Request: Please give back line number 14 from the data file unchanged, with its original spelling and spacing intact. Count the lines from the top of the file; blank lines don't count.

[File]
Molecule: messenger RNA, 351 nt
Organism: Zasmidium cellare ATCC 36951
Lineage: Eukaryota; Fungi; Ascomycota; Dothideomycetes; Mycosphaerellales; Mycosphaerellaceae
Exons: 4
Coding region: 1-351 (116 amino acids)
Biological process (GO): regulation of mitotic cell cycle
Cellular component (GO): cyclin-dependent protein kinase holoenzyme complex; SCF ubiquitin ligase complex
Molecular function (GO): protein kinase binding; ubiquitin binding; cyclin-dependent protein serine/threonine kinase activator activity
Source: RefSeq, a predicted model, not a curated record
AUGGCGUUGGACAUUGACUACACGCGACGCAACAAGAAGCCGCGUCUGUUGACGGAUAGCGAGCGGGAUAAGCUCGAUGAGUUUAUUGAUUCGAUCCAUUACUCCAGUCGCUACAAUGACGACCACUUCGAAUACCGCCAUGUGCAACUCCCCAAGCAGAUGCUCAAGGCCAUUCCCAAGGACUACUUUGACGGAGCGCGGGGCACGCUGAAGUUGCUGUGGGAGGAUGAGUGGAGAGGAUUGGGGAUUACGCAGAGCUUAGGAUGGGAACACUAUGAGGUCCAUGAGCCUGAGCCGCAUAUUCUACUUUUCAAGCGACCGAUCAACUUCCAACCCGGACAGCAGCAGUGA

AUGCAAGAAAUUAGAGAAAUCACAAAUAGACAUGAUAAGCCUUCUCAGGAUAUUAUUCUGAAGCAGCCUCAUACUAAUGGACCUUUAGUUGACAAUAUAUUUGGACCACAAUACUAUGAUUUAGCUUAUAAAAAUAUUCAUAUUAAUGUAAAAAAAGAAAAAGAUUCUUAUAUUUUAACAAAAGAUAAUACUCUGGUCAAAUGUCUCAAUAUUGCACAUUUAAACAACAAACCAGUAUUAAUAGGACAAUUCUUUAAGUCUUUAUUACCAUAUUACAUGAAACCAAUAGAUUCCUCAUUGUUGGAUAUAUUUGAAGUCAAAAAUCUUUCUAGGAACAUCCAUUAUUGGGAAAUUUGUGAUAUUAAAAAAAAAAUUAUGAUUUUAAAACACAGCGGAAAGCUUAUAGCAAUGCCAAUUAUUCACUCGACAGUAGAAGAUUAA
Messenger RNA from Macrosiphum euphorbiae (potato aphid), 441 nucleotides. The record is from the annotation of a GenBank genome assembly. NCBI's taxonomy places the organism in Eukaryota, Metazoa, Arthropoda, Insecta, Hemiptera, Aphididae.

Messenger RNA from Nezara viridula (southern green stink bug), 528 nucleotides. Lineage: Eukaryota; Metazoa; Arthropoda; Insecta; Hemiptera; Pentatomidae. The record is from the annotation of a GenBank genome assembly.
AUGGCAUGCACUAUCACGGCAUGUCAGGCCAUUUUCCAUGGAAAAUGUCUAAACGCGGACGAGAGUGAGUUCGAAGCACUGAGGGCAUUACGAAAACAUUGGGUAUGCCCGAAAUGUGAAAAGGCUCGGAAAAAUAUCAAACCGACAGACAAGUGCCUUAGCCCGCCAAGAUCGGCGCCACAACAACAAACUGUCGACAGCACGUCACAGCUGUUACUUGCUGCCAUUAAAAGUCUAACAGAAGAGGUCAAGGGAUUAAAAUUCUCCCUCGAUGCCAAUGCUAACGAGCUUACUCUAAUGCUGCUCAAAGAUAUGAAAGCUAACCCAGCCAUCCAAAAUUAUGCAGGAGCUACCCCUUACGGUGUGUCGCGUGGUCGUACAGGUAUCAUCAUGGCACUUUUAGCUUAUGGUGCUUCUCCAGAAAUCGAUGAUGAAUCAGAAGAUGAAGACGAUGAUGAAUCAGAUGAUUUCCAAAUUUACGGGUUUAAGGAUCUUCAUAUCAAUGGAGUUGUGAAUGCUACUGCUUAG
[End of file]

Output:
AUGGCAUGCACUAUCACGGCAUGUCAGGCCAUUUUCCAUGGAAAAUGUCUAAACGCGGACGAGAGUGAGUUCGAAGCACUGAGGGCAUUACGAAAACAUUGGGUAUGCCCGAAAUGUGAAAAGGCUCGGAAAAAUAUCAAACCGACAGACAAGUGCCUUAGCCCGCCAAGAUCGGCGCCACAACAACAAACUGUCGACAGCACGUCACAGCUGUUACUUGCUGCCAUUAAAAGUCUAACAGAAGAGGUCAAGGGAUUAAAAUUCUCCCUCGAUGCCAAUGCUAACGAGCUUACUCUAAUGCUGCUCAAAGAUAUGAAAGCUAACCCAGCCAUCCAAAAUUAUGCAGGAGCUACCCCUUACGGUGUGUCGCGUGGUCGUACAGGUAUCAUCAUGGCACUUUUAGCUUAUGGUGCUUCUCCAGAAAUCGAUGAUGAAUCAGAAGAUGAAGACGAUGAUGAAUCAGAUGAUUUCCAAAUUUACGGGUUUAAGGAUCUUCAUAUCAAUGGAGUUGUGAAUGCUACUGCUUAG